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Medline ® Abstract for Reference 78

of 'Immediate hypersensitivity reactions to radiocontrast media: Clinical manifestations, diagnosis, and treatment'

78
TI
Acute contrast reaction management by radiologists: a local audit study.
AU
Bartlett MJ, Bynevelt M
SO
Australas Radiol. 2003;47(4):363.
 
Consultant radiologists and trainees must possess knowledge of optimal acute management of anaphylactic/anaphylactoid contrast reactions because patient survival depends upon prompt initial management. The aim of the present study is to assess the knowledge of first-line management of these reactions among radiologists. Within one working day, and without prior knowledge, radiology consultants and trainees within four teaching hospitals in a major Australian capital city were asked to complete a confidential questionnaire regarding acute resuscitation management. Scenarios were presented of an adult who developed life-threatening symptoms of anaphylaxis immediately after intravenous contrast administration, ventricular fibrillation and profound bradycardia. Questions were asked with regards to adrenaline, corticosteroid, antihistamines, intravenous volume expansion, cardio-pulmonary rescuscitation and knowledge of the emergency telephone number. Sites were assessed for presence of an anaphylaxis management chart and also when each participant last completed a resuscitation course. Forty-two participants were recruited. Overall, 53% of questions were answered correctly. Only 43% knew the adrenaline dose and if an incorrect dose was administered it was more likely to be an overdose. Notable inadequacies were also discovered with corticosteroid, atropine, antihistamine doses and intravenous fluid use. Only 26% had completed a resuscitation course in the past 2 years. Forty-five percent knew the emergency telephone number and 55% of rooms using intravenous contrast contained an immediately visible chart for contrast reaction management. Radiologist and trainee knowledge of immediate life-threatening contrast reaction management is deficient. Severe contrast reactions are uncommon with today's use of non-ionic contrast, but they still occur. Experience in the management of anaphylaxis can only come from regular, compulsory training.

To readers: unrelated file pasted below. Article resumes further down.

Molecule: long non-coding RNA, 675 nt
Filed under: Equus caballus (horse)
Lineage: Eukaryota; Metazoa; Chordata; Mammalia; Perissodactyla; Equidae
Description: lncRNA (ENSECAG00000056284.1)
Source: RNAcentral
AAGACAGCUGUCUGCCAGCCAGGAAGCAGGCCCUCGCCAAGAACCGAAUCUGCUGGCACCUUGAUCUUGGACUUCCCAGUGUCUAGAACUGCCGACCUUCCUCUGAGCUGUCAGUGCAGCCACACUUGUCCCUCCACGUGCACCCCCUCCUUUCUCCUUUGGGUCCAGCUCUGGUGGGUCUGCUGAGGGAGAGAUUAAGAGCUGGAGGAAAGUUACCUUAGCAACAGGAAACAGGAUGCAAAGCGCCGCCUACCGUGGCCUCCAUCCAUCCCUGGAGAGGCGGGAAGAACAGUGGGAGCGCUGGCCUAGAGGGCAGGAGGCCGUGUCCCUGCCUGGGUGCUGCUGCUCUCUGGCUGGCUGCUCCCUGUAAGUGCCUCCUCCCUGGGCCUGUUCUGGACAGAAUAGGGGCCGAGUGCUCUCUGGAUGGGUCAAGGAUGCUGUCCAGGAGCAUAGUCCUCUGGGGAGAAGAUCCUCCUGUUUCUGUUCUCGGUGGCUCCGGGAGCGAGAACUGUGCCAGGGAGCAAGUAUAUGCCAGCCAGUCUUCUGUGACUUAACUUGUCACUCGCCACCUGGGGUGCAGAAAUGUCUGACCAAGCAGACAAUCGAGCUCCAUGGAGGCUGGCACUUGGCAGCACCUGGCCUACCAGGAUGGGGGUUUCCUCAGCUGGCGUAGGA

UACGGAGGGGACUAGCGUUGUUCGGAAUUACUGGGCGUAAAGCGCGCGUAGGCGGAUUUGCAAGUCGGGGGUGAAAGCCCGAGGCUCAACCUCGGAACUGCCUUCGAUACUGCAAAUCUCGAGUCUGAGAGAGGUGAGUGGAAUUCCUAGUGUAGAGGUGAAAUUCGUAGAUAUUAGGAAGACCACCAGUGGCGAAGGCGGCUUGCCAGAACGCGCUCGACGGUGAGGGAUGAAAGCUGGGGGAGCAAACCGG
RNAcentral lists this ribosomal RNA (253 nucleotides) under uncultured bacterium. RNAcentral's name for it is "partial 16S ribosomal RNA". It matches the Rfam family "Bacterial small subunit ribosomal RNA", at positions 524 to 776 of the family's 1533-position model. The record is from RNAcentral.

AD
Department of Diagnostic Imaging and Interventional Radiology, Royal Perth Hospital, Perth, Western Australia, Australia. muzcathy@bigpond.com
PMID